Boy, 12, killed while trick-or-treating

Seeing masked people outside, a Sumter man opened fire with an assault rifle through his closed front door, killing a 12-year-old boy who was trick-or-treating on Halloween, police said.

Tony Darrisaw, known as “T.J.,” was with his father and two of his brothers trick-or-treating, said his mother, 33-year-old Daphne Grinnell. She was waiting in a minivan outside with his 2-year-old brother.

“He was a wonderful child,” said Grinnell, who tried administering first-aid while talking to a 911 dispatcher. “He was just having fun, running from house to house trick-or-treating.”

The boy died of a gunshot wound to the head at Tuomey Regional Medical Center shortly after the 8:30 p.m. shooting, Sumter Police Chief Patty Patterson said.

He was shot 13 times.

His brother, 9-year-old Ahmadre Darrisaw, was shot in the leg and the side, and his father, 31-year-old Freddie Grinnell Jr., was shot in the arm and grazed in the stomach, family members said. Both were released from the hospital early Saturday, Patterson said.

More than 29 shots were fired from an AK-47 through the door, walls and windows, police said. The rifle and a 9-millimeter handgun were found inside the home.

Quentin L. Patrick, 22, is charged with murder and three counts of assault and battery with intent to kill, Patterson said. Patrick has multiple convictions for possession with intent to distribute, is a felon and is prohibited from possessing a firearm, police said.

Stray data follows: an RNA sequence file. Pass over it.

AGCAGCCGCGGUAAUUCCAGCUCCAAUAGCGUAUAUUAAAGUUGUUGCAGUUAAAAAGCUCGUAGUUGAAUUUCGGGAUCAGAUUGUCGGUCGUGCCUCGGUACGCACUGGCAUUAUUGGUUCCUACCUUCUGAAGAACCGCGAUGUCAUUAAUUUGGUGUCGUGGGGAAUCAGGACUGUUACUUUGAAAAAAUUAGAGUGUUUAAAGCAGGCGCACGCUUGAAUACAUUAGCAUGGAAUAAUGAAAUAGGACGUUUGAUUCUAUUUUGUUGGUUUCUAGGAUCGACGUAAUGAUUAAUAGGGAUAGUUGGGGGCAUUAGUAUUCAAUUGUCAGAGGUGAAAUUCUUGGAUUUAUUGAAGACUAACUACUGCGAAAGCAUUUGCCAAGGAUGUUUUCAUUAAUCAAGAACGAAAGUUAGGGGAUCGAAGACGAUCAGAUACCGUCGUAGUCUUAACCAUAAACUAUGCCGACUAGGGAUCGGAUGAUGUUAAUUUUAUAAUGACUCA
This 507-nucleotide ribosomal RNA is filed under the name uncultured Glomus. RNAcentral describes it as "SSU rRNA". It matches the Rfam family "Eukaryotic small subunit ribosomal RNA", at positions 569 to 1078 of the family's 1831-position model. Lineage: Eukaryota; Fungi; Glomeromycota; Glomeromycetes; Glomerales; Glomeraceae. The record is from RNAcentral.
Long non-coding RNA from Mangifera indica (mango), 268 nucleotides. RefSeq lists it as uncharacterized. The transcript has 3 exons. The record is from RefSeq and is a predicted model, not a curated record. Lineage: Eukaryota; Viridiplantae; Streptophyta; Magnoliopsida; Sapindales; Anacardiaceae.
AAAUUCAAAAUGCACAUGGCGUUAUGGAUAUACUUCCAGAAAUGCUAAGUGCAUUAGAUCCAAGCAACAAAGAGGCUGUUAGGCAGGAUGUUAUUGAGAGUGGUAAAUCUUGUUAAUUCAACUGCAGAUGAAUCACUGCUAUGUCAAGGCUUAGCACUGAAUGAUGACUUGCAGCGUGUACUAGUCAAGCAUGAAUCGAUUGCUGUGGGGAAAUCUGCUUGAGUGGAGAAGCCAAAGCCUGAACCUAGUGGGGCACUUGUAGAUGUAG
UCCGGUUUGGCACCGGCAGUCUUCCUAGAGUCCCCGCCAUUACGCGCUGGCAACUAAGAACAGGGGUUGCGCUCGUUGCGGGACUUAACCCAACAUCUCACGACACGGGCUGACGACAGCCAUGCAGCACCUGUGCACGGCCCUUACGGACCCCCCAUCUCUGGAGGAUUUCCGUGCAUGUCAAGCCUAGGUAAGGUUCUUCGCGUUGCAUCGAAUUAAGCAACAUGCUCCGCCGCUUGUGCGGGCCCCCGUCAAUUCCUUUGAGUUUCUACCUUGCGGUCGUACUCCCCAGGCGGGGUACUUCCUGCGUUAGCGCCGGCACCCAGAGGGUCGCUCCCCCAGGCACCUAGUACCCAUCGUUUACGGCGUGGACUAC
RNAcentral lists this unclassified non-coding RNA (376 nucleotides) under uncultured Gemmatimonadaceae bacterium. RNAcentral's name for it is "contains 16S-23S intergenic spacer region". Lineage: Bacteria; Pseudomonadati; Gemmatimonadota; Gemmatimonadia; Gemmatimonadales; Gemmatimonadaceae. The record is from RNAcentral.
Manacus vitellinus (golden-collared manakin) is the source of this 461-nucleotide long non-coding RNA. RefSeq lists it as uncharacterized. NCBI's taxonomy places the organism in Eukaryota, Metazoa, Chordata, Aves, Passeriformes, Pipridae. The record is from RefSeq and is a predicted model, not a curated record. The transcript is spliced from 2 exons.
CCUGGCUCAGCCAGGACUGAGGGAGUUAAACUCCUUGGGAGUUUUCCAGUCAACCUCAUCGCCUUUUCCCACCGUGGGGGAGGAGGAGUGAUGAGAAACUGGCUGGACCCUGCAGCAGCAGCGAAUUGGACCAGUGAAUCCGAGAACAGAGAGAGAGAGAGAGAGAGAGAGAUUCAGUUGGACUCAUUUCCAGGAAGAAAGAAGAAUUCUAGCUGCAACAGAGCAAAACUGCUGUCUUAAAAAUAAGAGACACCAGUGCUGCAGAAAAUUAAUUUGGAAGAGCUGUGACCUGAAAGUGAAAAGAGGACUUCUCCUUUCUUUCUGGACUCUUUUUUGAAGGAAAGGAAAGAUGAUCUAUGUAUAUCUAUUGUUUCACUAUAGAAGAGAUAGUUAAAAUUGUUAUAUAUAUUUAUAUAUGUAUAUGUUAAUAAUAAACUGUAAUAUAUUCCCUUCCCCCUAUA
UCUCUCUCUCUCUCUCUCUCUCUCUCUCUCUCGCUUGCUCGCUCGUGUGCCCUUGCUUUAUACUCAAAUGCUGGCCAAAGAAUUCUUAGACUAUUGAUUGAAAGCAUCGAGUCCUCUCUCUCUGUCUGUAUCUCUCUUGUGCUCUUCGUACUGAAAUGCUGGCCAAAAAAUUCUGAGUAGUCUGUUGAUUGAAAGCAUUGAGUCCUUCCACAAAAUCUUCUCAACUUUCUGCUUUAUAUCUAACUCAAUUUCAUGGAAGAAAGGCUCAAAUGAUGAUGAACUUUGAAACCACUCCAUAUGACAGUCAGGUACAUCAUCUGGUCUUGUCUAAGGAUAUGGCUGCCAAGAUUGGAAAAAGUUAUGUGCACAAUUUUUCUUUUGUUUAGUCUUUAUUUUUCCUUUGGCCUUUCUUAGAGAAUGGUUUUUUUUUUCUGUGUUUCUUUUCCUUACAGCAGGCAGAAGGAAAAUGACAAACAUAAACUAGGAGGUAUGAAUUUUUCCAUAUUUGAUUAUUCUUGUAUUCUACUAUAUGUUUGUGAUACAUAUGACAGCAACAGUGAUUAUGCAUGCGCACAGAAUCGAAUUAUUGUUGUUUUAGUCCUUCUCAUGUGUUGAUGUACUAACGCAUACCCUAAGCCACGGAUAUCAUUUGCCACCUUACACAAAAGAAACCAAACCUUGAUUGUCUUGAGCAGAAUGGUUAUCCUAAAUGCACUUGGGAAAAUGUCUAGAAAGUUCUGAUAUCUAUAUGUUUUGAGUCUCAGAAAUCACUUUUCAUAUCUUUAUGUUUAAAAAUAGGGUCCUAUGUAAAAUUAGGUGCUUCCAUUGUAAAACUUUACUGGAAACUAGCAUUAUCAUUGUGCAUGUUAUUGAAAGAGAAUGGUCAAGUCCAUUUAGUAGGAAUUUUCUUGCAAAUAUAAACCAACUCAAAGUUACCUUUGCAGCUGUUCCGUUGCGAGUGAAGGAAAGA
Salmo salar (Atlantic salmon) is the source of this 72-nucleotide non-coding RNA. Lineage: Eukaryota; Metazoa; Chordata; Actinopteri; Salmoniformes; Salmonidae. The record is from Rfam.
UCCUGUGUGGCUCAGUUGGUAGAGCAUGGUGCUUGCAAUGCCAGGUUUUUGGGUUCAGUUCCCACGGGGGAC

Patrick and his live-in girlfriend, 19-year-old Ericka Patrice Pee, are at Sumter-Lee Regional Detention Center. They were home with her 2-year-old daughter and tried to leave the house after the shootings, after grabbing $7,500, police said. Pee is charged with obstruction of justice.

“Patrick admitted to law enforcement that he fired his AK-47 weapon, emptying the weapon,” Patterson said. “Patrick advised law enforcement that he had been shot before and would not be shot again.” He also feared being robbed, he told police.

T.J. and his older brother were dressed as members of the JabbaWockeeZ, from MTV's “America's Best Dance Crew,” whose members wear white masks. Ahmadre was dressed as the Grim Reaper.

Their father did not dress up.

They stopped at several houses and saw that Patrick's house had the front porch light on, so T.J. knocked on the door.

“We stood there for a second and fireworks went off,” his father said. “We thought someone was throwing fireworks so we backed off the porch.”

But it was gunshots. His mother headed toward the porch and saw T.J. falling back off it, she said.

“Blood was everywhere,” she said. “He was breathing and his legs was moving and when I pulled his mask off he had a bullet hole over his eye.”

His mother was told by a 911 dispatcher to apply pressure to his head.

“I started freaking out because nothing was happening,” she said. She ran to the van and found Ahmadre was inside and had been shot in the leg. A woman gave her something to try and tie around her son's leg.

T.J. was in the seventh grade at Bates Middle School, where he was on the drill team. He was looking forward to joining the wrestling program in the winter.

“He was a mama's boy,” his mother said. “He liked to be in the kitchen with mama and cook and bake. He loved to cook cake and pies as long as he could lick the bowl.”